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Twenty-pound-notes.jpg This article is part of the Lobbying Portal, a sunlight project from Spinwatch.

Qorvis is 'one of Washington's best-known lobbying and public relations firms'.[1]


In March 2011 The Huffington Post reported that "in the last two months, more than a third of the partners at Qorvis have left the firm to start their own lobby shops, partly because of the firm's work on behalf of such clients as Yemen, Bahrain, Saudi Arabia and the Central African nation of Equatorial Guinea, say former employees".[1]

Online Reputation Management

According to the Huffington Post:

One of the methods used by Qorvis and other firms is online reputation management -- through its 'Geo-Political Solutions' (GPS) division, the firm uses '"black arts" by creating fake blogs and websites that link back to positive content, "to make sure that no one online comes across the bad stuff," says [a] former insider. Other techniques include the use of social media, including Facebook, YouTube and Twitter.[1]

Highlighting Middle Eastern countries sovereign rights to manage dissent

In 2011 Qorvis helped frame the kingdom's crackdown on protests by highlighting statements made by Secretary of State Hillary Clinton, in which she emphasized America's commitment to Bahrain and affirmed its "sovereign right" to invite security forces from other countries. Clinton's comment that the government is "on the wrong track," however, was omitted, notes the Sunlight Foundation's Paul Blumenthal.[1]

Promoting the Saudis' shared values post 9/11

Saudi Arabia entered into a $14 million a year contract with Qorvis shortly after 9/11 to clean up its image. Qorvis's PR blitz "helped reduce the number of anti-Saudi articles and speeches"... "which allowed the Bush administration to keep ties to the kingdom close", says Kevin McCauley, editor of O'Dwyer's Public Relations, the leading PR trade publication in the US.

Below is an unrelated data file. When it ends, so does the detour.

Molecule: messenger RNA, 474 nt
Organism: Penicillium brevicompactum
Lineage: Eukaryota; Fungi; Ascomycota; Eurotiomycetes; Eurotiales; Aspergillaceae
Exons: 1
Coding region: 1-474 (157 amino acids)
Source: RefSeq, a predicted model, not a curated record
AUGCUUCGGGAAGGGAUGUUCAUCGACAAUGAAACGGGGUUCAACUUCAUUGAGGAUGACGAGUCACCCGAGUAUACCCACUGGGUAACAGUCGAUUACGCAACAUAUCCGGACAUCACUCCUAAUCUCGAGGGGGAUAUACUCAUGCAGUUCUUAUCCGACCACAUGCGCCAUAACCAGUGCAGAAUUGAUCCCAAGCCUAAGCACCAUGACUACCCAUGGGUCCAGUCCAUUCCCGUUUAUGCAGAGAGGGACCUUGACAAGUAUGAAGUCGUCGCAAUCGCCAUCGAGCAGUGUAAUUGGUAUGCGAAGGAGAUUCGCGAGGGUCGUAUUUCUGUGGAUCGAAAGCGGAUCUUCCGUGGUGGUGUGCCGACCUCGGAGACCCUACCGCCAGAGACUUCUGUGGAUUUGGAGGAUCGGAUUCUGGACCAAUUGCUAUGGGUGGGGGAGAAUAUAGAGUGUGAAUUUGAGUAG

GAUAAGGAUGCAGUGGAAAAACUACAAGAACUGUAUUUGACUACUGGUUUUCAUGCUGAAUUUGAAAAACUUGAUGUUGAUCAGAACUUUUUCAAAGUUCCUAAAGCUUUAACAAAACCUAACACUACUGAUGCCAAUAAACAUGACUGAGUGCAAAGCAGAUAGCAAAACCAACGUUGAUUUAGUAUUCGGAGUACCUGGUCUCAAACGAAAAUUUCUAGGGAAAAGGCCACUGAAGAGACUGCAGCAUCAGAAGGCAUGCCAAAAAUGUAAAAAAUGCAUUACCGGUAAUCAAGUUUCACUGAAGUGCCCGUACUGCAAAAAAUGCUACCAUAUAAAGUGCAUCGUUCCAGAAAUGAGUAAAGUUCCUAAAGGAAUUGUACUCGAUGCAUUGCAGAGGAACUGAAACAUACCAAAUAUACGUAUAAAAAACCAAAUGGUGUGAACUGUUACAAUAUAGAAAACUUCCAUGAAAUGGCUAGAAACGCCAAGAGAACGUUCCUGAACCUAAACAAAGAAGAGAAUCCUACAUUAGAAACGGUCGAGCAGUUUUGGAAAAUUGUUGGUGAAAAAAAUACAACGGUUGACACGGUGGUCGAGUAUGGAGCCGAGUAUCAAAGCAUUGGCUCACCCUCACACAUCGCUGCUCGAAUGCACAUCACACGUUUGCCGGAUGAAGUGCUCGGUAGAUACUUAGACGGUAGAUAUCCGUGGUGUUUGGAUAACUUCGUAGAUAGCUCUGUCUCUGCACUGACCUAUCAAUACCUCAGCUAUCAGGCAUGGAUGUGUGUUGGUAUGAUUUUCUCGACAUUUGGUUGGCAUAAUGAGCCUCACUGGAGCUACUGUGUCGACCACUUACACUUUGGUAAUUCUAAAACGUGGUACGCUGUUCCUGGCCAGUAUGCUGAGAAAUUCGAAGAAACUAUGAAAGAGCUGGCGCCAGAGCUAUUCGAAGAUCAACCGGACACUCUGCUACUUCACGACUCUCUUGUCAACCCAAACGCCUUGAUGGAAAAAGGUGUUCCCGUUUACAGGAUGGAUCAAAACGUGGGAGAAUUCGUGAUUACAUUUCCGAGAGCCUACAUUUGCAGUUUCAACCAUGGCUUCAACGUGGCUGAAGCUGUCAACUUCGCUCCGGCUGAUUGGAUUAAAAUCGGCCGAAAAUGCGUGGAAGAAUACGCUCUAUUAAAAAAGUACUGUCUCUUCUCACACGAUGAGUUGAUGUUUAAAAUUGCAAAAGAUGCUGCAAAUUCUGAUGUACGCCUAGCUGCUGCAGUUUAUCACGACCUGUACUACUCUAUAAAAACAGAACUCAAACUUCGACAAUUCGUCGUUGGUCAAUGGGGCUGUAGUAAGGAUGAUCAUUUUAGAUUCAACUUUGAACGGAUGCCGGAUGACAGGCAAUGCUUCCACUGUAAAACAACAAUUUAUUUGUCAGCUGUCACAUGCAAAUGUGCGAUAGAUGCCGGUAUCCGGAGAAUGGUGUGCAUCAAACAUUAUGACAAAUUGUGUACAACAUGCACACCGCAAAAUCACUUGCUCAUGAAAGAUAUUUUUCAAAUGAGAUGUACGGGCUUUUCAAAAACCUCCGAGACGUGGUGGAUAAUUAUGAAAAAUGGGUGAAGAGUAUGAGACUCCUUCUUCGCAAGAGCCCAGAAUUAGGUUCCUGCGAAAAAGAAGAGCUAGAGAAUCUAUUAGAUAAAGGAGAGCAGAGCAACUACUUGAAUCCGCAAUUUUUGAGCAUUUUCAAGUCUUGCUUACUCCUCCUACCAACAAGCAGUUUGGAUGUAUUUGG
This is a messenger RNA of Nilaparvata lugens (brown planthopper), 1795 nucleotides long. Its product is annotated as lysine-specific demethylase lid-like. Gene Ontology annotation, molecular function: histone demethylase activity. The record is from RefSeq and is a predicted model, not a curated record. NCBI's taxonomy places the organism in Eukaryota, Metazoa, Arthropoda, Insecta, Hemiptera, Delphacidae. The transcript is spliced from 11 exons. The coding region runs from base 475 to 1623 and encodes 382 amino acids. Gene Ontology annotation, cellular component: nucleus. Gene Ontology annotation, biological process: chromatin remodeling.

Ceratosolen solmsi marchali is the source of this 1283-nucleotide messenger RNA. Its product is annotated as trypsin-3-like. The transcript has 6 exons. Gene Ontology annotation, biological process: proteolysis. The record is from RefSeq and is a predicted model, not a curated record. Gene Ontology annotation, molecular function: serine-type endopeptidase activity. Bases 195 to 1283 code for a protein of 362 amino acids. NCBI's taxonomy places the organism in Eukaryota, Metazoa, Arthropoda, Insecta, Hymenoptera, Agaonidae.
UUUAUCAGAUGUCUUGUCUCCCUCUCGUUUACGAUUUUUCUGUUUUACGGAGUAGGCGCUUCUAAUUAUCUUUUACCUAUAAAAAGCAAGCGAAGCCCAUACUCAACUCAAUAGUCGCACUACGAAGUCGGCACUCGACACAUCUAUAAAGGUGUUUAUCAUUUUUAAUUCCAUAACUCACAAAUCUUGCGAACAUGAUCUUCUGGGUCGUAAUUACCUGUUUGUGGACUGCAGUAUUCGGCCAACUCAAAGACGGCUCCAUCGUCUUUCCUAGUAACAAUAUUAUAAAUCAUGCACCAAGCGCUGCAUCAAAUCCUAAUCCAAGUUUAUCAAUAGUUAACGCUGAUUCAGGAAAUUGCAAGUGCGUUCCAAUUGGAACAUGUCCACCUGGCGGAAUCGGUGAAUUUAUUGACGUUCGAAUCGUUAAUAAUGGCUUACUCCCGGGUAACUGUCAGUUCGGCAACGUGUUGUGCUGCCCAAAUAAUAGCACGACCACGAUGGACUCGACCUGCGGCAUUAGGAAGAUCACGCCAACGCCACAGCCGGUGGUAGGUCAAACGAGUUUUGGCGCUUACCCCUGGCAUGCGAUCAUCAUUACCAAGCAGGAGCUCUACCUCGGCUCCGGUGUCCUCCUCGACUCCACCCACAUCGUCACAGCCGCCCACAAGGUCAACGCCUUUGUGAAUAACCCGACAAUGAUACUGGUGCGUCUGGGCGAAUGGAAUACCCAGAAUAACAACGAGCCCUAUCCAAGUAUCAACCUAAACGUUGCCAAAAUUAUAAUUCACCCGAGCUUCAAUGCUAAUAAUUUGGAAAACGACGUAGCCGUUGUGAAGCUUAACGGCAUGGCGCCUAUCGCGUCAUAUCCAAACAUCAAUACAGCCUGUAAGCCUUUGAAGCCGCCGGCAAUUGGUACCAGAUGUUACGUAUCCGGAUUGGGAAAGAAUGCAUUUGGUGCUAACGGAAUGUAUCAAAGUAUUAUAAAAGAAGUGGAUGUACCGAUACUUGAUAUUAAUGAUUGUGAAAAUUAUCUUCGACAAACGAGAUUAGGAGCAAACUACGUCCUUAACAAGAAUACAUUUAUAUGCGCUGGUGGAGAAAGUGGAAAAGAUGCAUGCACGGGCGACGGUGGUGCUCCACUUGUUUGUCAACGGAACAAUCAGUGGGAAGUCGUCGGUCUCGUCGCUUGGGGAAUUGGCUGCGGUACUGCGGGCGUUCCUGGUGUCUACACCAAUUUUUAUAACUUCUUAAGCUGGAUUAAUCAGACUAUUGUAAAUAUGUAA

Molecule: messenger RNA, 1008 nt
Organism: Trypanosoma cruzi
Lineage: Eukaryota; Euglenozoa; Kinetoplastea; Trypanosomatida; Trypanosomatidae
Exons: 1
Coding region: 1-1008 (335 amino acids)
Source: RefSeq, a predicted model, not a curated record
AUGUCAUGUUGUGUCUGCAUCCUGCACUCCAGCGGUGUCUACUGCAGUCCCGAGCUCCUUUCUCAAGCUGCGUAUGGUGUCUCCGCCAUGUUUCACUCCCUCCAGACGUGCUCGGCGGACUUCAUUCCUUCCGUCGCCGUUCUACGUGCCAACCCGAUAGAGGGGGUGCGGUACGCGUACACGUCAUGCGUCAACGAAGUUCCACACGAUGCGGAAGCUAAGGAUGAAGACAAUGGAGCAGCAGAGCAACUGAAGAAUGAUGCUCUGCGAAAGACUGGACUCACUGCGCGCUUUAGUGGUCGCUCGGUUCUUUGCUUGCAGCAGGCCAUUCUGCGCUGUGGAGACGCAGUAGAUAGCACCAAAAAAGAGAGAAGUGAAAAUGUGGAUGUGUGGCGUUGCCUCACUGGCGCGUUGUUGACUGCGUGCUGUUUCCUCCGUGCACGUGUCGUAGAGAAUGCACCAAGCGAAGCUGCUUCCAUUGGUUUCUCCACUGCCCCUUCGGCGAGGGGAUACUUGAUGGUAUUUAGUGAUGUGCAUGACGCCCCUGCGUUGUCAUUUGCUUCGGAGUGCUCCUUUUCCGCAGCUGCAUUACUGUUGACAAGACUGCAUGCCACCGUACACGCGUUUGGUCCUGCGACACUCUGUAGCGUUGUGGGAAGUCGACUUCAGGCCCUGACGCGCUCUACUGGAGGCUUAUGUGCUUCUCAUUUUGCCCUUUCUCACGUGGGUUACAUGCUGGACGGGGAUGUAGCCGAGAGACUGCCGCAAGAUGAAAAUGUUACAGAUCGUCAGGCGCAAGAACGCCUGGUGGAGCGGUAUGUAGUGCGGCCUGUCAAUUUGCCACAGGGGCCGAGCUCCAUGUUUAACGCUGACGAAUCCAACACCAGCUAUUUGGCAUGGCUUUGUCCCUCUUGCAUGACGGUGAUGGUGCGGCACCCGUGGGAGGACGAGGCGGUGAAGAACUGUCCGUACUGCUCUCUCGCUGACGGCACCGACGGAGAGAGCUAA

Qorvis launched a TV campaign with ads on political talk shows featuring a procession of Saudi royals appearing alongside U.S. presidents, to highlight Riyadh as a close ally. Other TV spots, which ran in 14 American cities, touted the "shared values" of the United States and Saudi Arabia. The firm also shuttled Saudi officials on whirlwind tours of major media outlets, and broadcast ads promoting the 9/11 Commission finding that there was "no evidence that the Saudi government as an institution or senior Saudi officials individually funded [Al Qaeda]"—while omitting the report's conclusion that "Saudi Arabia has been a problematic ally in combating Islamic extremism." "[2]

In an article published on 7 January 2016, it was revealed Qorvis was one of the various Washington based PR firms helping the Saudi government to shore up its public image in the wake of the execution of Shiite cleric Sheik Nimr Baqr al-Nimr. This was according to the Foreign Agent Registration Act filings, in which Qorvis is listed as one the 'active foreign principles for Saudi Arabia', and which shows a retainer of $240,000 per month, the highest of any firm on the Kingdom's payroll.

The services it provided were as follows: 'Drafted and/or distributed news releases, weekly newsletters, fact sheets and/or speeches to promote Saudi Arabia, its commitment towards counterterrorism, peace in the Middle East, and other issues pertinent to the Kingdom.'

Qorvis also outsources $55,000 a month of this work to Targeted Victory LLC, a digital consulting firm. [3]





Senior Consultants

Managing Directors

Jennifer Baskerville | Carrie Blewitt | Lisa Bushey | Cassie Elliot | Jennifer Haber | Karen Hanretty | Michael Hillegass | W. John Moore | Stefan Nagey | Seth Thomas Pietras [4]



Defense/Government Contractors


Health care



Publications, Contact, Resources and Notes






  1. 1.0 1.1 1.2 1.3 1.4 1.5 Marcus Baram,Lobbyists Jump Ship In Wake Of Mideast Unrest, accessed 28 March 2011
  2. Putting Lipstick on a Dictator. 2007-05-07.  Mother Jones
  3. Eli Clifton, Washington's Multi-million dollar Saudi PR Machine, Rightweb.IRC, 7 January 2016, accessed 19 January 2016
  4. 4.0 4.1 4.2 4.3 People, Qorvis website, accessed 28 March 2011
  5. 5.0 5.1 5.2 5.3 5.4 5.5 Qorvis, Case Studies, accessed 30 March 2011